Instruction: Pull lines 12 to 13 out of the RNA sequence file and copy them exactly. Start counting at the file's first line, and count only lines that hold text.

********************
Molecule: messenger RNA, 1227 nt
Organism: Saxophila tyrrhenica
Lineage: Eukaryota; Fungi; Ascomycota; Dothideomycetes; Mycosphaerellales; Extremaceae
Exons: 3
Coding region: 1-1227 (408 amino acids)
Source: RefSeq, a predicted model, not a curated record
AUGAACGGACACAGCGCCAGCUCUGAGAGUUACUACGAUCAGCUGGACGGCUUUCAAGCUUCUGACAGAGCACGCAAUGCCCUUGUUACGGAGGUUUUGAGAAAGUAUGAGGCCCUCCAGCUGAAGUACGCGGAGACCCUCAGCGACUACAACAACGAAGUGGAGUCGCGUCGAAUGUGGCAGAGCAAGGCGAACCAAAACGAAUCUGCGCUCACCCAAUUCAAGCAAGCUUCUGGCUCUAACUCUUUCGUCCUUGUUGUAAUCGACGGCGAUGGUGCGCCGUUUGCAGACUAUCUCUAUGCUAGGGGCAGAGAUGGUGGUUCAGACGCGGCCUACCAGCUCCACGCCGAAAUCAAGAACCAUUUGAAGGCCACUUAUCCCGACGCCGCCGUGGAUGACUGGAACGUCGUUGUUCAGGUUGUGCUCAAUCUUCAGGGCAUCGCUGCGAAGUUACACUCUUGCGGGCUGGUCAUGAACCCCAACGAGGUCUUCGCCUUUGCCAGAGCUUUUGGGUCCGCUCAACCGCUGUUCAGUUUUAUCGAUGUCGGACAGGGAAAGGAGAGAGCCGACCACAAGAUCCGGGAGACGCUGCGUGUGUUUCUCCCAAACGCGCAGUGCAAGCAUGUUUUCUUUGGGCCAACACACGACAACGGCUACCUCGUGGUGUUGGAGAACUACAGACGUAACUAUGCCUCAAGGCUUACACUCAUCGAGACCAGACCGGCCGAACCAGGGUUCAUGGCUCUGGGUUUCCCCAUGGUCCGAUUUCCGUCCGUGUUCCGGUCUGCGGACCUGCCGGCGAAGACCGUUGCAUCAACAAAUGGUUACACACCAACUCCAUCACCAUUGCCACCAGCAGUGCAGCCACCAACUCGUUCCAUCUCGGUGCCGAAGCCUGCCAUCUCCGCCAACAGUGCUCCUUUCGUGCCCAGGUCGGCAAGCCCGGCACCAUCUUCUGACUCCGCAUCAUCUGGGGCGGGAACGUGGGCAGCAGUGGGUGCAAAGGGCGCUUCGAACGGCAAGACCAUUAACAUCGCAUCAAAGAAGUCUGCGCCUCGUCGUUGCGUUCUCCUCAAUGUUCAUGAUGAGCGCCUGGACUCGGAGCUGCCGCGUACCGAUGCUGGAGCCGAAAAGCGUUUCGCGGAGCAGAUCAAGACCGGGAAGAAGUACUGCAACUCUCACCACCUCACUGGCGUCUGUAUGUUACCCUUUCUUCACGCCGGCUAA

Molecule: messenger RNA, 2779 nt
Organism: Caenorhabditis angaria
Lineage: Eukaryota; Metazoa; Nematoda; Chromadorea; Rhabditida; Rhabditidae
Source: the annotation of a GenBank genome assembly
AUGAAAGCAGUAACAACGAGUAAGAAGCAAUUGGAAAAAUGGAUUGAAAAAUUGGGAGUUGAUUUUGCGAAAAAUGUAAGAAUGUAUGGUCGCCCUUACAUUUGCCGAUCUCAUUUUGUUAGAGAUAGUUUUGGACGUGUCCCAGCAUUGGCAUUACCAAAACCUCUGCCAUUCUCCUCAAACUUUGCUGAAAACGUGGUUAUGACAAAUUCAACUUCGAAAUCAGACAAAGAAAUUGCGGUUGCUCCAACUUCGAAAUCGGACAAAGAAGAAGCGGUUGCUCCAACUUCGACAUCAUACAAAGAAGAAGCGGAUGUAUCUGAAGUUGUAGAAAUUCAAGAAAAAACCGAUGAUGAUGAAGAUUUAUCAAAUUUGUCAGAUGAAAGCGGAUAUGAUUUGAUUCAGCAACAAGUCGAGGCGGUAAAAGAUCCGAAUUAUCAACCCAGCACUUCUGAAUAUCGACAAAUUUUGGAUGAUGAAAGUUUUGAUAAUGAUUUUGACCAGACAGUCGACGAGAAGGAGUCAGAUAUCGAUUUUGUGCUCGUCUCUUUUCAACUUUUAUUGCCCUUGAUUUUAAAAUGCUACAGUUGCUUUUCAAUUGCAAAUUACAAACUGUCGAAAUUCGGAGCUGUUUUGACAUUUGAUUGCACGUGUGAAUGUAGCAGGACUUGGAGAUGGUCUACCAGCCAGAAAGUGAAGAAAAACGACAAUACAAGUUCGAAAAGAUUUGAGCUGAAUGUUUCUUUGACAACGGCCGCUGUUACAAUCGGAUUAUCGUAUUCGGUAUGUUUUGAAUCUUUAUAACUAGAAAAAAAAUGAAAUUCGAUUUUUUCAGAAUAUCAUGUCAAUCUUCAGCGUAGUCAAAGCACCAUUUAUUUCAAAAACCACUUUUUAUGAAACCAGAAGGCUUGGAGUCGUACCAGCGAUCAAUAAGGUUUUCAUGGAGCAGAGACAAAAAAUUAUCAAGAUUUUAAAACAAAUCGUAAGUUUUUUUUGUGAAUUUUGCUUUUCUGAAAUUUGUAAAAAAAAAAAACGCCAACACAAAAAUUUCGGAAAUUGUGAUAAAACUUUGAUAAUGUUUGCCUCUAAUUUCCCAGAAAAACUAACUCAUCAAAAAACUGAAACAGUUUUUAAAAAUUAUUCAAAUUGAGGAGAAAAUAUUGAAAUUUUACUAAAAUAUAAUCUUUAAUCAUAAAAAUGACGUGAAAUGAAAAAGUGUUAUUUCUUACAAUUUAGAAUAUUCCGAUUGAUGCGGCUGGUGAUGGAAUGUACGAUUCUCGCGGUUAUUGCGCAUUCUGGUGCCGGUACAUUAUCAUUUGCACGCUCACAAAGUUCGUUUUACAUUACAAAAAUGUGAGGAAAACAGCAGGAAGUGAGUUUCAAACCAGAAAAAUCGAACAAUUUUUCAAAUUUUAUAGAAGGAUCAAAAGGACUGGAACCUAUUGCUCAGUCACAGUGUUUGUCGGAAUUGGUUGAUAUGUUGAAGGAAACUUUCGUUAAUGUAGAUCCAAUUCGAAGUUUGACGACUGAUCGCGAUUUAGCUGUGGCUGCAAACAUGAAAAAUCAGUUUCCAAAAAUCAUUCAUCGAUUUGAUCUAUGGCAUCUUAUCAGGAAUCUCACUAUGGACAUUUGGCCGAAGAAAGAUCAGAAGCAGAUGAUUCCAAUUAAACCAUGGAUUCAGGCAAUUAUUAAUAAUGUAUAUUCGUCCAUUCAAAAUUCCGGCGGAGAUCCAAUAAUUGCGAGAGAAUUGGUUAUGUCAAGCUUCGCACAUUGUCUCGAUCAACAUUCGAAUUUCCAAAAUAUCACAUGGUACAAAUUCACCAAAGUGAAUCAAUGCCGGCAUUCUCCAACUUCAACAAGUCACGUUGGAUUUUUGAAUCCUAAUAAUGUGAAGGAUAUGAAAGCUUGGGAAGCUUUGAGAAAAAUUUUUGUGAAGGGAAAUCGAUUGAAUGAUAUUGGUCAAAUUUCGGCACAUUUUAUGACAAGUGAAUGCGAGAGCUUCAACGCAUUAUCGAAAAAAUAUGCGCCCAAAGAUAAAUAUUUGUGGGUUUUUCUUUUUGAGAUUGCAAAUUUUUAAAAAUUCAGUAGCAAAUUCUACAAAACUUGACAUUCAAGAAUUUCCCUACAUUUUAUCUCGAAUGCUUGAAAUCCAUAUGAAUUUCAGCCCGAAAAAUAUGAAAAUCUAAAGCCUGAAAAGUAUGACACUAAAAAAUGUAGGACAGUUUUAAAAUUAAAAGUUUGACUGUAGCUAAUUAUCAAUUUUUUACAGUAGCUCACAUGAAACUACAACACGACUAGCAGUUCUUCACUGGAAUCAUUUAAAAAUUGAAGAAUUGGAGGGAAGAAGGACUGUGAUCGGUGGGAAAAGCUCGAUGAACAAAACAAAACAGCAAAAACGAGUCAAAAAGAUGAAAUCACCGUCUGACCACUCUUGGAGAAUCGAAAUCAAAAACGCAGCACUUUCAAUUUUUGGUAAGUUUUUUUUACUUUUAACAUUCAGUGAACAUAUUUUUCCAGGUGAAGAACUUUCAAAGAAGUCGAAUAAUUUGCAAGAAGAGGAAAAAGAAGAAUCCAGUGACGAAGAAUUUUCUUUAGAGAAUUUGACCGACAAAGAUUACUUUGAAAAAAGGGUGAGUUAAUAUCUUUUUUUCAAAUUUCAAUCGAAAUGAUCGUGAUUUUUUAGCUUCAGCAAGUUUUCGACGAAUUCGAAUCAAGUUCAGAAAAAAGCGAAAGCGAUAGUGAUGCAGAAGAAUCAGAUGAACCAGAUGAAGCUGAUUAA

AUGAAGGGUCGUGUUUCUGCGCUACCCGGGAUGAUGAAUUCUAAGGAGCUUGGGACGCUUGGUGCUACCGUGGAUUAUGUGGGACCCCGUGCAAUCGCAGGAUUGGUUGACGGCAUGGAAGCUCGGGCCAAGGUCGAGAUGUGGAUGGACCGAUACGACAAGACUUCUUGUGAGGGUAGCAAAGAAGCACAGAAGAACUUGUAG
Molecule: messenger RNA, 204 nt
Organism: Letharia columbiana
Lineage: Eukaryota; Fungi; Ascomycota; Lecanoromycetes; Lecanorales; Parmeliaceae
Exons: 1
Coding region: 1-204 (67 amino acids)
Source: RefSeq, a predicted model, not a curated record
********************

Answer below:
AUGAAAGCAGUAACAACGAGUAAGAAGCAAUUGGAAAAAUGGAUUGAAAAAUUGGGAGUUGAUUUUGCGAAAAAUGUAAGAAUGUAUGGUCGCCCUUACAUUUGCCGAUCUCAUUUUGUUAGAGAUAGUUUUGGACGUGUCCCAGCAUUGGCAUUACCAAAACCUCUGCCAUUCUCCUCAAACUUUGCUGAAAACGUGGUUAUGACAAAUUCAACUUCGAAAUCAGACAAAGAAAUUGCGGUUGCUCCAACUUCGAAAUCGGACAAAGAAGAAGCGGUUGCUCCAACUUCGACAUCAUACAAAGAAGAAGCGGAUGUAUCUGAAGUUGUAGAAAUUCAAGAAAAAACCGAUGAUGAUGAAGAUUUAUCAAAUUUGUCAGAUGAAAGCGGAUAUGAUUUGAUUCAGCAACAAGUCGAGGCGGUAAAAGAUCCGAAUUAUCAACCCAGCACUUCUGAAUAUCGACAAAUUUUGGAUGAUGAAAGUUUUGAUAAUGAUUUUGACCAGACAGUCGACGAGAAGGAGUCAGAUAUCGAUUUUGUGCUCGUCUCUUUUCAACUUUUAUUGCCCUUGAUUUUAAAAUGCUACAGUUGCUUUUCAAUUGCAAAUUACAAACUGUCGAAAUUCGGAGCUGUUUUGACAUUUGAUUGCACGUGUGAAUGUAGCAGGACUUGGAGAUGGUCUACCAGCCAGAAAGUGAAGAAAAACGACAAUACAAGUUCGAAAAGAUUUGAGCUGAAUGUUUCUUUGACAACGGCCGCUGUUACAAUCGGAUUAUCGUAUUCGGUAUGUUUUGAAUCUUUAUAACUAGAAAAAAAAUGAAAUUCGAUUUUUUCAGAAUAUCAUGUCAAUCUUCAGCGUAGUCAAAGCACCAUUUAUUUCAAAAACCACUUUUUAUGAAACCAGAAGGCUUGGAGUCGUACCAGCGAUCAAUAAGGUUUUCAUGGAGCAGAGACAAAAAAUUAUCAAGAUUUUAAAACAAAUCGUAAGUUUUUUUUGUGAAUUUUGCUUUUCUGAAAUUUGUAAAAAAAAAAAACGCCAACACAAAAAUUUCGGAAAUUGUGAUAAAACUUUGAUAAUGUUUGCCUCUAAUUUCCCAGAAAAACUAACUCAUCAAAAAACUGAAACAGUUUUUAAAAAUUAUUCAAAUUGAGGAGAAAAUAUUGAAAUUUUACUAAAAUAUAAUCUUUAAUCAUAAAAAUGACGUGAAAUGAAAAAGUGUUAUUUCUUACAAUUUAGAAUAUUCCGAUUGAUGCGGCUGGUGAUGGAAUGUACGAUUCUCGCGGUUAUUGCGCAUUCUGGUGCCGGUACAUUAUCAUUUGCACGCUCACAAAGUUCGUUUUACAUUACAAAAAUGUGAGGAAAACAGCAGGAAGUGAGUUUCAAACCAGAAAAAUCGAACAAUUUUUCAAAUUUUAUAGAAGGAUCAAAAGGACUGGAACCUAUUGCUCAGUCACAGUGUUUGUCGGAAUUGGUUGAUAUGUUGAAGGAAACUUUCGUUAAUGUAGAUCCAAUUCGAAGUUUGACGACUGAUCGCGAUUUAGCUGUGGCUGCAAACAUGAAAAAUCAGUUUCCAAAAAUCAUUCAUCGAUUUGAUCUAUGGCAUCUUAUCAGGAAUCUCACUAUGGACAUUUGGCCGAAGAAAGAUCAGAAGCAGAUGAUUCCAAUUAAACCAUGGAUUCAGGCAAUUAUUAAUAAUGUAUAUUCGUCCAUUCAAAAUUCCGGCGGAGAUCCAAUAAUUGCGAGAGAAUUGGUUAUGUCAAGCUUCGCACAUUGUCUCGAUCAACAUUCGAAUUUCCAAAAUAUCACAUGGUACAAAUUCACCAAAGUGAAUCAAUGCCGGCAUUCUCCAACUUCAACAAGUCACGUUGGAUUUUUGAAUCCUAAUAAUGUGAAGGAUAUGAAAGCUUGGGAAGCUUUGAGAAAAAUUUUUGUGAAGGGAAAUCGAUUGAAUGAUAUUGGUCAAAUUUCGGCACAUUUUAUGACAAGUGAAUGCGAGAGCUUCAACGCAUUAUCGAAAAAAUAUGCGCCCAAAGAUAAAUAUUUGUGGGUUUUUCUUUUUGAGAUUGCAAAUUUUUAAAAAUUCAGUAGCAAAUUCUACAAAACUUGACAUUCAAGAAUUUCCCUACAUUUUAUCUCGAAUGCUUGAAAUCCAUAUGAAUUUCAGCCCGAAAAAUAUGAAAAUCUAAAGCCUGAAAAGUAUGACACUAAAAAAUGUAGGACAGUUUUAAAAUUAAAAGUUUGACUGUAGCUAAUUAUCAAUUUUUUACAGUAGCUCACAUGAAACUACAACACGACUAGCAGUUCUUCACUGGAAUCAUUUAAAAAUUGAAGAAUUGGAGGGAAGAAGGACUGUGAUCGGUGGGAAAAGCUCGAUGAACAAAACAAAACAGCAAAAACGAGUCAAAAAGAUGAAAUCACCGUCUGACCACUCUUGGAGAAUCGAAAUCAAAAACGCAGCACUUUCAAUUUUUGGUAAGUUUUUUUUACUUUUAACAUUCAGUGAACAUAUUUUUCCAGGUGAAGAACUUUCAAAGAAGUCGAAUAAUUUGCAAGAAGAGGAAAAAGAAGAAUCCAGUGACGAAGAAUUUUCUUUAGAGAAUUUGACCGACAAAGAUUACUUUGAAAAAAGGGUGAGUUAAUAUCUUUUUUUCAAAUUUCAAUCGAAAUGAUCGUGAUUUUUUAGCUUCAGCAAGUUUUCGACGAAUUCGAAUCAAGUUCAGAAAAAAGCGAAAGCGAUAGUGAUGCAGAAGAAUCAGAUGAACCAGAUGAAGCUGAUUAA

AUGAAGGGUCGUGUUUCUGCGCUACCCGGGAUGAUGAAUUCUAAGGAGCUUGGGACGCUUGGUGCUACCGUGGAUUAUGUGGGACCCCGUGCAAUCGCAGGAUUGGUUGACGGCAUGGAAGCUCGGGCCAAGGUCGAGAUGUGGAUGGACCGAUACGACAAGACUUCUUGUGAGGGUAGCAAAGAAGCACAGAAGAACUUGUAG